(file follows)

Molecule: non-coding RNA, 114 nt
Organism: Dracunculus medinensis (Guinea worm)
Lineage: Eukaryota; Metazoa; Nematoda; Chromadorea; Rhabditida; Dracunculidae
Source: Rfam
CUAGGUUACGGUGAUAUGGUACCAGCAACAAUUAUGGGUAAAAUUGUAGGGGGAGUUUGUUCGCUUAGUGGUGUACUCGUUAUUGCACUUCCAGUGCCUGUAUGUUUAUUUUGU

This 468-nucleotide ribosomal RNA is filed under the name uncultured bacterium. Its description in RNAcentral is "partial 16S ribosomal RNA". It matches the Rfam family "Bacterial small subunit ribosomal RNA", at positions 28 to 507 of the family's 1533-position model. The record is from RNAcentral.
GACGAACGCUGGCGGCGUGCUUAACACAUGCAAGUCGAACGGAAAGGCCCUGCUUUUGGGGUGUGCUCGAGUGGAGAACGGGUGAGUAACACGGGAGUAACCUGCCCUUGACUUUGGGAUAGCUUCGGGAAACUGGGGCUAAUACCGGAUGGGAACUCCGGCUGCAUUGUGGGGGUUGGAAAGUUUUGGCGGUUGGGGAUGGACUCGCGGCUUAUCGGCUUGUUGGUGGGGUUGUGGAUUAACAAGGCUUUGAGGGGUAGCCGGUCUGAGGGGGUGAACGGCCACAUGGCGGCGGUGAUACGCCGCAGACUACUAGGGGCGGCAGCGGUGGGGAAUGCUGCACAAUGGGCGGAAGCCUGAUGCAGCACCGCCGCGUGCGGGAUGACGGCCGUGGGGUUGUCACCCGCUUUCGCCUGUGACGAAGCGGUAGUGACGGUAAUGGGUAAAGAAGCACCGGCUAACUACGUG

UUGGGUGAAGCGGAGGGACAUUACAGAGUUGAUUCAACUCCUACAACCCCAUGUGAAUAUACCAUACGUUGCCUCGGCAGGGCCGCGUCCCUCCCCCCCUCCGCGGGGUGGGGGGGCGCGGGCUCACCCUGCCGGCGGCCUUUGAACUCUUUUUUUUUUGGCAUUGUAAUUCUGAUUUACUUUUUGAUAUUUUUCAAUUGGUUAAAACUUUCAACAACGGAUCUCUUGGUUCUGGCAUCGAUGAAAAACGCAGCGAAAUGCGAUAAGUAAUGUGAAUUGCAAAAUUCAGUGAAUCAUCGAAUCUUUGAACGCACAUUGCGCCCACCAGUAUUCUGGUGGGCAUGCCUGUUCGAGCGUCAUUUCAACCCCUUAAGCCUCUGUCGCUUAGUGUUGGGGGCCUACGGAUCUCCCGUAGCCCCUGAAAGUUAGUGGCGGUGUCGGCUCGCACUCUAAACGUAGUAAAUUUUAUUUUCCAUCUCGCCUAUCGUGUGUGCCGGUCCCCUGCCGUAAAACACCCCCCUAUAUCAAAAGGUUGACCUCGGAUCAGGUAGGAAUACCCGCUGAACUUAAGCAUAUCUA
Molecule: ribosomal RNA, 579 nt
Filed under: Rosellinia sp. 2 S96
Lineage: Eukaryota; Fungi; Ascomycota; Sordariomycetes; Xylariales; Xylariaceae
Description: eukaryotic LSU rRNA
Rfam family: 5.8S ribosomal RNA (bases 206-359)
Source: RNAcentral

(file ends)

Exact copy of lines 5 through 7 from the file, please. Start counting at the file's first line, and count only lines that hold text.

CUAGGUUACGGUGAUAUGGUACCAGCAACAAUUAUGGGUAAAAUUGUAGGGGGAGUUUGUUCGCUUAGUGGUGUACUCGUUAUUGCACUUCCAGUGCCUGUAUGUUUAUUUUGU

This 468-nucleotide ribosomal RNA is filed under the name uncultured bacterium. Its description in RNAcentral is "partial 16S ribosomal RNA". It matches the Rfam family "Bacterial small subunit ribosomal RNA", at positions 28 to 507 of the family's 1533-position model. The record is from RNAcentral.
GACGAACGCUGGCGGCGUGCUUAACACAUGCAAGUCGAACGGAAAGGCCCUGCUUUUGGGGUGUGCUCGAGUGGAGAACGGGUGAGUAACACGGGAGUAACCUGCCCUUGACUUUGGGAUAGCUUCGGGAAACUGGGGCUAAUACCGGAUGGGAACUCCGGCUGCAUUGUGGGGGUUGGAAAGUUUUGGCGGUUGGGGAUGGACUCGCGGCUUAUCGGCUUGUUGGUGGGGUUGUGGAUUAACAAGGCUUUGAGGGGUAGCCGGUCUGAGGGGGUGAACGGCCACAUGGCGGCGGUGAUACGCCGCAGACUACUAGGGGCGGCAGCGGUGGGGAAUGCUGCACAAUGGGCGGAAGCCUGAUGCAGCACCGCCGCGUGCGGGAUGACGGCCGUGGGGUUGUCACCCGCUUUCGCCUGUGACGAAGCGGUAGUGACGGUAAUGGGUAAAGAAGCACCGGCUAACUACGUG